Three shipping containers with flags of Mexico, Canada and the US representing the USMCA.
Ximena Soto
By: ximenasoto
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All You Need to Know about the USMCA and How It Affects You as a Business Owner

The new free trade agreement (USMCA) among the North American countries will change the way some industries make a profit and do business. As a small company owner, there are some aspects that you should bear in mind to make the most of it.

The United States-Mexico-Canada Agreement (USMCA) is the free trade agreement that replaces the North America Free Trade Agreement (NAFTA). The NAFTA set trade ruled among the United States, Mexico, and Canada. It was in force from 1994 until this renegotiation was formally accepted by the represented countries at the end of 2018 and signed.

But have you ever wondered how the USMCA affects you? At first glance, this trade agreement seems to have an effect only on large companies and the macroeconomics. However, it also has repercussions on small business owners like you.

At the time, the NAFTA meant a change in the economy of the three countries. For example, imports from Mexico to the United States totaled 94 million dollars between 1991 and 1998, as Carlos Alba says in his study México después del TLCAN. El impacto económico y sus consecuencias políticas y sociales.

Moreover, the NAFTA made it possible for the US to export field crops to Mexico, greater freedom to buy and sell technology, and export of digital services in the past few years.

The USMCA in Daily Life

Let’s say you have a garage in San Diego, and you need automotive parts often. When the USMCA becomes effective, you will probably find the parts you need more easily and at a better price. Of course, this will be the case if the cars you are working with are assembled in the same region.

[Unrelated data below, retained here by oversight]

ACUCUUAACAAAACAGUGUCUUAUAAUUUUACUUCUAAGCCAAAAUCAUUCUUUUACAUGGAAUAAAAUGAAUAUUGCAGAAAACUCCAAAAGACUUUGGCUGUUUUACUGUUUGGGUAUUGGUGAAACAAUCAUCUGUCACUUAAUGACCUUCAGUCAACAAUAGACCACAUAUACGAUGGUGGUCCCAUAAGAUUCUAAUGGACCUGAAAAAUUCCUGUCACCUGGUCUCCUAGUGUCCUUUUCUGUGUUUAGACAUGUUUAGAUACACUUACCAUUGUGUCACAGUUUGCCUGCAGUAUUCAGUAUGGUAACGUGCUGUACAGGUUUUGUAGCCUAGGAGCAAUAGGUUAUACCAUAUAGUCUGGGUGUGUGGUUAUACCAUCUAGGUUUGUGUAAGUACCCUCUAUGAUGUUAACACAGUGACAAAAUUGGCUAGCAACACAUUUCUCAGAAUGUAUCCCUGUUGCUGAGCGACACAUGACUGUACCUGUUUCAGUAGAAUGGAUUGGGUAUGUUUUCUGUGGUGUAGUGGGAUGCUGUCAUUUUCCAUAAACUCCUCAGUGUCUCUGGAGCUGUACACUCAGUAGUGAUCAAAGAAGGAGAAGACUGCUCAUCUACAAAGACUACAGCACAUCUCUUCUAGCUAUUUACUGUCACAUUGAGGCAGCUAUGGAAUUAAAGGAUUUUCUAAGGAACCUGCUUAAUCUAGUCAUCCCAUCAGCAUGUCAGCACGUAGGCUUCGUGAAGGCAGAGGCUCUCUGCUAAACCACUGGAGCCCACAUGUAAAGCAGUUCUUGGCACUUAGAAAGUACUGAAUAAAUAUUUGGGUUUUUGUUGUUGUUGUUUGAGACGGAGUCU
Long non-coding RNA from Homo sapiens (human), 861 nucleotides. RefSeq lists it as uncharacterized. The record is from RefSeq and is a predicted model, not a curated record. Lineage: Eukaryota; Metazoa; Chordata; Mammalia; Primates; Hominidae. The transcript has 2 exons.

Why? One of the aims of the USMCA is that more components of a car assembled in Mexico, Canada, or the United States be made by one of these countries. That is, new jobs to produce car parts locally will be created. That will benefit the assembly company because they will get cheaper car parts, and it could also help your business.

Moreover, if you are fond of developing Apps or if you have a small business and make technological or intellectual innovations, you will be the owner much earlier. In the Intellectual Property section of the agreement, it is specified that the rights of an invention or creation will belong to the author or his/her heirs for 70 years after the author’s death (20 more years than before).

Make sure you register your intellectual property even though you think your contribution is minor. You never know whether that screw that helps improving the productivity of a machine will be a gold mine that will be used in all the factories in the world.

There is also good news for retailers and producers of goods: there will be no import tariffs on goods under USD 50 crossing the frontier from Mexico to the United States and vice versa. Shipping equivalent to USD 117 will not have fees, either. Thus, you will be able to make agreements with buyers or sellers from Mexico to keep your store well-stocked, speed up your commercial processes, and reach more consumers in the region.